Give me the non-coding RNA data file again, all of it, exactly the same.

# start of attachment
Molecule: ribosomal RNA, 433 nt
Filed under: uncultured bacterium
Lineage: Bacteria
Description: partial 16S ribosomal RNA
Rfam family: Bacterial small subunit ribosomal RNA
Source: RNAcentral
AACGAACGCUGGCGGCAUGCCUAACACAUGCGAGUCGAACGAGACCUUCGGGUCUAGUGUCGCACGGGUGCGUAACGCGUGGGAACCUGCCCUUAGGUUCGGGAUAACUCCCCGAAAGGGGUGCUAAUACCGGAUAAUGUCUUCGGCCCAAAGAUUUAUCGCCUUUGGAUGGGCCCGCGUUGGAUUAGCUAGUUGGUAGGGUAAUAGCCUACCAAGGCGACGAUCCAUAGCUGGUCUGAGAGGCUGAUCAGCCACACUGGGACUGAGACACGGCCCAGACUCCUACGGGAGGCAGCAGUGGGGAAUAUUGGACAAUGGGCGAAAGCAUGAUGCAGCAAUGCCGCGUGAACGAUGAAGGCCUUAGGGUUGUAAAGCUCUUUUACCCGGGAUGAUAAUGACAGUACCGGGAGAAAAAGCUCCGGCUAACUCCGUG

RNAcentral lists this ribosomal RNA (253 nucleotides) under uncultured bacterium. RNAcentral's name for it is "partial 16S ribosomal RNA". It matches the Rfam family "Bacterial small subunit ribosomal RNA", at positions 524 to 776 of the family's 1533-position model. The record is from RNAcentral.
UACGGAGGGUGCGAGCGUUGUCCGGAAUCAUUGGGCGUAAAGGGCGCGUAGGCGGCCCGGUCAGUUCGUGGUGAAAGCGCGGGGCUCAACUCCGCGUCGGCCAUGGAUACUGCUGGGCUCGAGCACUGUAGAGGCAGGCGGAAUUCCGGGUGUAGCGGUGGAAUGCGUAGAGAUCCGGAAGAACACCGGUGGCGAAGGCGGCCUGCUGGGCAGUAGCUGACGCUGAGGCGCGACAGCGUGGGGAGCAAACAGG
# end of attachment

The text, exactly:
Molecule: ribosomal RNA, 433 nt
Filed under: uncultured bacterium
Lineage: Bacteria
Description: partial 16S ribosomal RNA
Rfam family: Bacterial small subunit ribosomal RNA
Source: RNAcentral
AACGAACGCUGGCGGCAUGCCUAACACAUGCGAGUCGAACGAGACCUUCGGGUCUAGUGUCGCACGGGUGCGUAACGCGUGGGAACCUGCCCUUAGGUUCGGGAUAACUCCCCGAAAGGGGUGCUAAUACCGGAUAAUGUCUUCGGCCCAAAGAUUUAUCGCCUUUGGAUGGGCCCGCGUUGGAUUAGCUAGUUGGUAGGGUAAUAGCCUACCAAGGCGACGAUCCAUAGCUGGUCUGAGAGGCUGAUCAGCCACACUGGGACUGAGACACGGCCCAGACUCCUACGGGAGGCAGCAGUGGGGAAUAUUGGACAAUGGGCGAAAGCAUGAUGCAGCAAUGCCGCGUGAACGAUGAAGGCCUUAGGGUUGUAAAGCUCUUUUACCCGGGAUGAUAAUGACAGUACCGGGAGAAAAAGCUCCGGCUAACUCCGUG

RNAcentral lists this ribosomal RNA (253 nucleotides) under uncultured bacterium. RNAcentral's name for it is "partial 16S ribosomal RNA". It matches the Rfam family "Bacterial small subunit ribosomal RNA", at positions 524 to 776 of the family's 1533-position model. The record is from RNAcentral.
UACGGAGGGUGCGAGCGUUGUCCGGAAUCAUUGGGCGUAAAGGGCGCGUAGGCGGCCCGGUCAGUUCGUGGUGAAAGCGCGGGGCUCAACUCCGCGUCGGCCAUGGAUACUGCUGGGCUCGAGCACUGUAGAGGCAGGCGGAAUUCCGGGUGUAGCGGUGGAAUGCGUAGAGAUCCGGAAGAACACCGGUGGCGAAGGCGGCCUGCUGGGCAGUAGCUGACGCUGAGGCGCGACAGCGUGGGGAGCAAACAGG